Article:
Monthly Archives: August 2007

Back on the Internet Safety Bandwagon

I’m back working on Internet safety stuff. Here are some ideas I’m playing with on searching and source validity. If you see anything I’m missing etc. let me hear it.

This is kind of a PR poster for classroom/hallway display. I’m aiming to get students creating them as part of art class or a contest of some sort.
People Lie
Click for a full size PDF

This is more for teacher use (and a little less fun). We’re trying to create simple reference sheets for key computer activities so that Internet safety is covered throughout the year.
Internet Searching Teacher Guidance Sheet
Click for a full size PDF


iQuiz and iQuiz Maker (Updated)

iTunes has released a new game for iPods called iQuiz (available through the iTunes store). Aspyr is now offering a new free quiz maker for Macs (PC to come). Could be an interesting review tool. You could have students produce questions and answers and create a review quiz from the best submissions.

via TUAW

UPDATE: Aspyr has now made iQuiz Maker available for PCs. (Thanks, Mike)

The Director’s Bureau Special Projects Idea Generator

levitating animal
So The Director’s Bureau Special Projects Idea Generator generates fairly random three word idea strings like the one above – Do-it-yourself levitating animal.

This is one of those things that I’d love to use in the classroom because it’s so simple and fun. It’s also flexible in terms of how big or small you’d like it to be. It could kill 10 minutes or be part of a whole unit. This particular generator isn’t really fit for student use because it’ll throw in “erotic” and some other iffy stuff but the teacher could spin the wheel a few times and come up with a great phrase for each week. I’d probably screen grab it or make something visual for the word results- as the packaging does matter.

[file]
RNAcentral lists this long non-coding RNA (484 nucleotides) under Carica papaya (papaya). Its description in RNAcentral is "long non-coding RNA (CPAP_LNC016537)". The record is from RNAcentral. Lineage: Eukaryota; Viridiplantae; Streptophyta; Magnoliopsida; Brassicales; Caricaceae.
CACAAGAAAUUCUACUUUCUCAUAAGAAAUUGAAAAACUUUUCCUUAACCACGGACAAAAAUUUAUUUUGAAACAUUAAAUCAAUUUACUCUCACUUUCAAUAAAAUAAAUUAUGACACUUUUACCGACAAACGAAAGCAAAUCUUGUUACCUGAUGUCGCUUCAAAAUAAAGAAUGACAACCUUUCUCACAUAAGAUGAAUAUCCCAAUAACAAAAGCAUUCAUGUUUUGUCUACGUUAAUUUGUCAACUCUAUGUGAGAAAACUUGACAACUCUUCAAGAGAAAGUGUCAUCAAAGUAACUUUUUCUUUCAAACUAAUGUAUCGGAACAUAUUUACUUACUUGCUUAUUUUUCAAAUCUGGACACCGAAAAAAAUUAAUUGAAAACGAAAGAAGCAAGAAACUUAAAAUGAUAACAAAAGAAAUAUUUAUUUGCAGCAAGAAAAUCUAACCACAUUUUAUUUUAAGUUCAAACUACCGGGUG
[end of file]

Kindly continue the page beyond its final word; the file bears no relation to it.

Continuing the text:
It can then be use for a variety of things. It’d be pretty cool right off as a creative writing or journal prompt but where things would be neat would be in tweaking it to focus on what you’re covering at the time. For instance-

  • Describe the do-it-yourself levitating animal kit using every word from this week’s vocabulary list
  • Write an ad for the do-it-yourself levitating animal creation kit using the bandwagon technique
  • Write two responses to seeing an ad for the do-it-yourself levitating animal kit. In the first one respond in the voice of an excited kid (“I’ve never been satisfied with the levitating animals I got from the store.”) and in the second respond to the ad in the voice of an irritated parent. (“Just what I need around the house- more levitating animals!”)
  • It’d be fun for poetry as well. It could serve as the end of your poem or the first line etc.

You could have contests where the kids vote on the best one or have a whole series where they complete one of each style by the end of the semester. It’d be a great way to get kids thinking creatively and interacting with one another’s ideas.

I found this via Stumble Upon

Wiki Testimony

As part of our parent training we’re having teachers and ITRTs speak about powerful ways they’ve been able to use technology in support of 21st century skills. This is Ken Kellner’s comments on how using a wiki changed his classroom (6th grade history).

He does a good job and conveys a lot of excitement. If you see him jumping and twitching it’s because I edited like crazy to get the movie down to about a minute and a half. Deep breaths and dramatic pauses were not allowed.

It’s in TeacherTube as well.

Download Video: Posted by bionicteaching at